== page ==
posted on Apr, 21 2017 @ 05:01 PM
The power of Egypt is the subject of many of the Old Testament prophecies.
The key to understanding them is to realise that Biblical prophets, in the first instance, are always writing for, and addressing the concerns of, the
people of their own time.
Egypt comes into prophecy as an entity of the past, the present, and the future.
Defined, of course, from the viewpoint of the prophet himself and his immediate audience.
In the past, Egypt is the nation which once held the ancestors of Israel in the condition of slavery from which God rescued them.
“Out of Egypt I called my son” (Hosea ch11 v1).
So God can claim this event as the source of his authority over them;
“I am the Lord your God from the land of Egypt;
You know no God but me, and besides me there is no saviour” (Hosea ch12 v9).
This means, for prophecy, that God can threaten to send them back there if they don’t behave themselves;
“They shall return to the land of Egypt… because they have refused to return to me” (Hosea ch11 v5).
And the Exodus becomes the standard against which later acts of salvation may be measured;
“The days are coming, says the Lord, when it will no longer be said ‘As the Lord lives who brought up the people of Israel from the land of
Egypt’, but ‘As the Lord lives who…” (Jeremiah ch16 v14).
In “the present day” of the prophet’s first readers, Egypt and Assyria are paired as the two dominant powers of the world.
Israel is warned against looking for allies in those countries;
“Ephraim is like a dove, silly and without sense, calling to Egypt, going to Assyria” (Hosea, ch7 v11.
“They make a bargain with Assyria, and oil is carried to Egypt” (Hosea ch12 v1).
But this is like “herding the east wind”, and they would be better off looking to their God.
Either is a danger as a possible enemy, and so God can threaten to bring them both down against his people;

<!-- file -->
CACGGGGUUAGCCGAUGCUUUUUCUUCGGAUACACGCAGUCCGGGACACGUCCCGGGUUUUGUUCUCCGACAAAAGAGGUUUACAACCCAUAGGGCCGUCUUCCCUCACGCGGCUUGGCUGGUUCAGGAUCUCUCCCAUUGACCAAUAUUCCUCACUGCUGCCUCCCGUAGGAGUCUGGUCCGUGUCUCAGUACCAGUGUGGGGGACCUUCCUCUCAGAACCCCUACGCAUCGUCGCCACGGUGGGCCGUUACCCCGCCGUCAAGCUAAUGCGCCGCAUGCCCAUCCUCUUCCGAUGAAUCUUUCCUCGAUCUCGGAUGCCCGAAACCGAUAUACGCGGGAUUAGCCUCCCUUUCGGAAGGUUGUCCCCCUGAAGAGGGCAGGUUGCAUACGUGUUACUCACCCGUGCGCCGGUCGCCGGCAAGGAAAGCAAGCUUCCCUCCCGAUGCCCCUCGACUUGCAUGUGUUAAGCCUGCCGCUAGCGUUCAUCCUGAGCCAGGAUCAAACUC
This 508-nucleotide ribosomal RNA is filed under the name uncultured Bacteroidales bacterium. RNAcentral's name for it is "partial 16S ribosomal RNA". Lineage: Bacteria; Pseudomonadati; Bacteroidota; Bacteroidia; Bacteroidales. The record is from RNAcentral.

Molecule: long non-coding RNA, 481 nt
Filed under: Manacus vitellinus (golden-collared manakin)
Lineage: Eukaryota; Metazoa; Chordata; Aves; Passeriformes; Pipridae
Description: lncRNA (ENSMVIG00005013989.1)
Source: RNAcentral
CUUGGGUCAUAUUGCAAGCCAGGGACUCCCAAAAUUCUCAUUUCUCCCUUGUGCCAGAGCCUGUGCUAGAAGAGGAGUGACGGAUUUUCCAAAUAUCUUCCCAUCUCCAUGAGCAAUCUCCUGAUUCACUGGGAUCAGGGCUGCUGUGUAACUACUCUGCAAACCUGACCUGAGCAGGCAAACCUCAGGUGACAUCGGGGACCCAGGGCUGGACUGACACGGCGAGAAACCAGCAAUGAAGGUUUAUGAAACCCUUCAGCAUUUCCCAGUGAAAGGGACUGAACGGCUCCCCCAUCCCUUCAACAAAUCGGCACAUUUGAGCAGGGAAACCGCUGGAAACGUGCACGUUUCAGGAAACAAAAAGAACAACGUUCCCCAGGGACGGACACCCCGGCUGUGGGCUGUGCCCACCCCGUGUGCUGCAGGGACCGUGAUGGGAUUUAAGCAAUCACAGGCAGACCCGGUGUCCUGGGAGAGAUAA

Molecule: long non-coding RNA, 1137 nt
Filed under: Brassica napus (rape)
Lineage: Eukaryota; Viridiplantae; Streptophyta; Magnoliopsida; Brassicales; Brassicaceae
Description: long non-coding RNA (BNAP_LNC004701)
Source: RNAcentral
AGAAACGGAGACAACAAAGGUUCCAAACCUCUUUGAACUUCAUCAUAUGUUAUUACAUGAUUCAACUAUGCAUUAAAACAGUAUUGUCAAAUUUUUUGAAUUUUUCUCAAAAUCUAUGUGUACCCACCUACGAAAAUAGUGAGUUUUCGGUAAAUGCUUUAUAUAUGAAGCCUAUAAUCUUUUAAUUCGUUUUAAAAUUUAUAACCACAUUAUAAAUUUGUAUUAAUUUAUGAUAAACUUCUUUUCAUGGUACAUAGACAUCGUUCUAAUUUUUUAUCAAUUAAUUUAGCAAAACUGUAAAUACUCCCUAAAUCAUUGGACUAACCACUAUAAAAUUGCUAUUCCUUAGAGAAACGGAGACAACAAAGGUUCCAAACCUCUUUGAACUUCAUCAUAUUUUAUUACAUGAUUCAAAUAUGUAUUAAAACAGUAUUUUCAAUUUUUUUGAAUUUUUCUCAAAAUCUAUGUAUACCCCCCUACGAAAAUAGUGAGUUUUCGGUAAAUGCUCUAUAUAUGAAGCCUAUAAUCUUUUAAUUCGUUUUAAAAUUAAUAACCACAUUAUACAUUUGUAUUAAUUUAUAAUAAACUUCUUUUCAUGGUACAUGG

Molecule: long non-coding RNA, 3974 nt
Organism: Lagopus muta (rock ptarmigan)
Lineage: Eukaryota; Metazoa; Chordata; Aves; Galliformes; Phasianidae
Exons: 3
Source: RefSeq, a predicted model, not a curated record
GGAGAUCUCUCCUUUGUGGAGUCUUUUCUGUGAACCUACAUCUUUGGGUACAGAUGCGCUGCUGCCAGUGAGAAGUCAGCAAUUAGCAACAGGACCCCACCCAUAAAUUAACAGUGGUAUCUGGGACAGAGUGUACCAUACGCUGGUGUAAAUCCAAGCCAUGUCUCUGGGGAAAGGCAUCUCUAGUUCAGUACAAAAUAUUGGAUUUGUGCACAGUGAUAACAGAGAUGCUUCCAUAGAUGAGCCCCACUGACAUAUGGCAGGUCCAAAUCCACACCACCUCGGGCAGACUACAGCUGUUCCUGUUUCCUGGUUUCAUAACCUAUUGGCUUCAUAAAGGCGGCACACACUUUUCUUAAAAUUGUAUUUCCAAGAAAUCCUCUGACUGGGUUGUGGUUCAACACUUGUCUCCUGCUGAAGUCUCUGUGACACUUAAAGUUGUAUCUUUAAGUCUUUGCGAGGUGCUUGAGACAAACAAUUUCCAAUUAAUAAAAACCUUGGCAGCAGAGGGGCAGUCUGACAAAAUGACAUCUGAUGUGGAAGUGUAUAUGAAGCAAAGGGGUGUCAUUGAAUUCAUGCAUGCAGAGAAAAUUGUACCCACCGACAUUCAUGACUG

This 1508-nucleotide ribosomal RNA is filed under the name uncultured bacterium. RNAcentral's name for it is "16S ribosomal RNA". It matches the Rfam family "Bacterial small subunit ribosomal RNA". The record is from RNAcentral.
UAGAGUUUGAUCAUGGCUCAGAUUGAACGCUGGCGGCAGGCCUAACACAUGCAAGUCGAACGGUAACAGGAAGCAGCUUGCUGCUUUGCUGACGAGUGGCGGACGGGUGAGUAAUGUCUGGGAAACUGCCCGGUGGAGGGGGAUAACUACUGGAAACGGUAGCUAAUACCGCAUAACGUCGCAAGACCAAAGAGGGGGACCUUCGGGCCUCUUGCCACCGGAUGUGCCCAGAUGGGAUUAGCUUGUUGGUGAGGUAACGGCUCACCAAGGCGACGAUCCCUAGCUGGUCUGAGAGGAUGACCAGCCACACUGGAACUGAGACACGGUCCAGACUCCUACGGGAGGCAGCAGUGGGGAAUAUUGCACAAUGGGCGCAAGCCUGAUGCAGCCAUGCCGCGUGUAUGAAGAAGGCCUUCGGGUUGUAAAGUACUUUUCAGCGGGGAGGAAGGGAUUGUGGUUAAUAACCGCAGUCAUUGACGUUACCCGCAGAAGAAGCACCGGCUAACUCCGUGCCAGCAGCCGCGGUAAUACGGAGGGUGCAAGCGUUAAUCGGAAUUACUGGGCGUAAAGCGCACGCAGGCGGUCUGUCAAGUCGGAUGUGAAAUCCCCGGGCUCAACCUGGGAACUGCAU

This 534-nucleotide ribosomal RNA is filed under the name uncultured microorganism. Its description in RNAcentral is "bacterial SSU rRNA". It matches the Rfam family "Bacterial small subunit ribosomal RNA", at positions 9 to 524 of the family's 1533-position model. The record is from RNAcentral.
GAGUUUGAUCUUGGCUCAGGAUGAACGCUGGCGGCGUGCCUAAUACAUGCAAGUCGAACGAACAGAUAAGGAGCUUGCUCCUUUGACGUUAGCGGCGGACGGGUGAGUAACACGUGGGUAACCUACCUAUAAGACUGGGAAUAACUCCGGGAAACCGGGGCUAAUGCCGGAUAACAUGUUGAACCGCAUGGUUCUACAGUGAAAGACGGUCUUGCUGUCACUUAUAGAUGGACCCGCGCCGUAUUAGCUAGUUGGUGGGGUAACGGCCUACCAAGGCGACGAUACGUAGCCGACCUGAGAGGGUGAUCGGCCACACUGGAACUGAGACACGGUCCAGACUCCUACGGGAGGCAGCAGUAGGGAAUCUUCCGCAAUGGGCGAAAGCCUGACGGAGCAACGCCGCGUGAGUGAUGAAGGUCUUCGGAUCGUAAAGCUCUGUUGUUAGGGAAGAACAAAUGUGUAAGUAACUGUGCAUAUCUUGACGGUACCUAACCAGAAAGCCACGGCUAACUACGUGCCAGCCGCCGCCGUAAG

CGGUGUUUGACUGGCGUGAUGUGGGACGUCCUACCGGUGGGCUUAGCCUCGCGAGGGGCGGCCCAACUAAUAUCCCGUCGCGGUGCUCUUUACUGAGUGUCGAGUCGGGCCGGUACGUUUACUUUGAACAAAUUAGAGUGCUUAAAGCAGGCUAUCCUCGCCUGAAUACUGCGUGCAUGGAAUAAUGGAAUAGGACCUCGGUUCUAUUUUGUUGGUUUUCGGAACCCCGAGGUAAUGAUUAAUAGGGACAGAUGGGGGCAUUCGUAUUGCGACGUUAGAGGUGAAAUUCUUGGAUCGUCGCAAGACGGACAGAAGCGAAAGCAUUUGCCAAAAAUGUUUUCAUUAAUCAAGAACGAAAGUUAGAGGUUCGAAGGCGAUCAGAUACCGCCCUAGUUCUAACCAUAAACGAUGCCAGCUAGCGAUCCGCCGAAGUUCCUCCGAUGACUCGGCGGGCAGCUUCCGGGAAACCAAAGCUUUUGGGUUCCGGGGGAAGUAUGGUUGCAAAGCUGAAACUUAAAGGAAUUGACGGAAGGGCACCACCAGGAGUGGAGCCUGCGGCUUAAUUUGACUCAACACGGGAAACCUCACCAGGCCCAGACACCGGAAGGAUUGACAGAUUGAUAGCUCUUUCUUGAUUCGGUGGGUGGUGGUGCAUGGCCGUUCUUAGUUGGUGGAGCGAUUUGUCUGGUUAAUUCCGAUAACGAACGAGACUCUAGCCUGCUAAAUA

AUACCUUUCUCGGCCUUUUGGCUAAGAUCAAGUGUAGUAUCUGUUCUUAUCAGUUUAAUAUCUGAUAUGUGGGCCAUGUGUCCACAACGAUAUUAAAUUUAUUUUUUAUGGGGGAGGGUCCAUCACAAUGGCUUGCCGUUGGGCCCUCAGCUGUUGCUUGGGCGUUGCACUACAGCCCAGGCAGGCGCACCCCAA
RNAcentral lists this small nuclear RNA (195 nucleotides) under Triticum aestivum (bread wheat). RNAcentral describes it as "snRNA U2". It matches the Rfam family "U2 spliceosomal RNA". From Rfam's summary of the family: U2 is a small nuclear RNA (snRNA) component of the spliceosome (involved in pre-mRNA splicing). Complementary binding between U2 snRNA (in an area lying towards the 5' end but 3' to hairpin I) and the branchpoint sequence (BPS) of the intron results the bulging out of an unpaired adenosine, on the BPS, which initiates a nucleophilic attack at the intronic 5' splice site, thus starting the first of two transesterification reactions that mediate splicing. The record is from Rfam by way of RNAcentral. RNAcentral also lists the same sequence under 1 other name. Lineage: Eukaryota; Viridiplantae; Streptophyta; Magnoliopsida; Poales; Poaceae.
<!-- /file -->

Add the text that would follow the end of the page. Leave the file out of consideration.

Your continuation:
“Proclaim to the strongholds in Assyria, and to the strongholds in the land of Egypt, and say ‘Assemble yourselves upon the mountains of Samaria
and see the great tumults within her, and the oppressions in her midst…’
An adversary shall surround the land, and bring down your defences from you, and your strongholds shall be plundered” (Amos ch3 vv9-11).
Isaiah has the same warning for Judah;
“In that day, the Lord will whistle for the fly which is at the sources of the streams of the Nile, and for the bee which is in the land of
And they will all come and settle in the deep ravines, and in the clefts of the rocks, and on all the thorn bushes, and on all the pastures” (Isaiah
Egypt is really the less powerful of the two.
So Isaiah warns Judah against seeking alliance with Egypt, because they won’t be able to offer substantial help against Assyria;
“Woe to the rebellious children… who set out to go down to Egypt without asking for my counsel, to take refuge in the protection of Pharaoh”
(Isaiah ch30 vv1-2)
“For Egypt’s help is worthless and empty, therefore I have called her ‘Rahab who sits still’” (ch30 v7).
“Woe to those who go down to Egypt for help and rely on horses… but do not look to the Holy One of Israel or consult the Lord…
The Egyptians are men and not God; and their horses are flesh, not spirit…
When the Lord stretches out his hand, the helper will stumble, and he who is helped will fall, and they will all perish together” (ch31 vv1-3).
The message is reinforced by an oracle predicting the downfall of Egyptian power;
Isaiah refers to the state of civil war which was afflicting Egypt at the time, under the 23rd and 24th dynasties.
“I will stir up Egyptians against Egyptians, and they will fight, every man against his brother” (ch19 v2).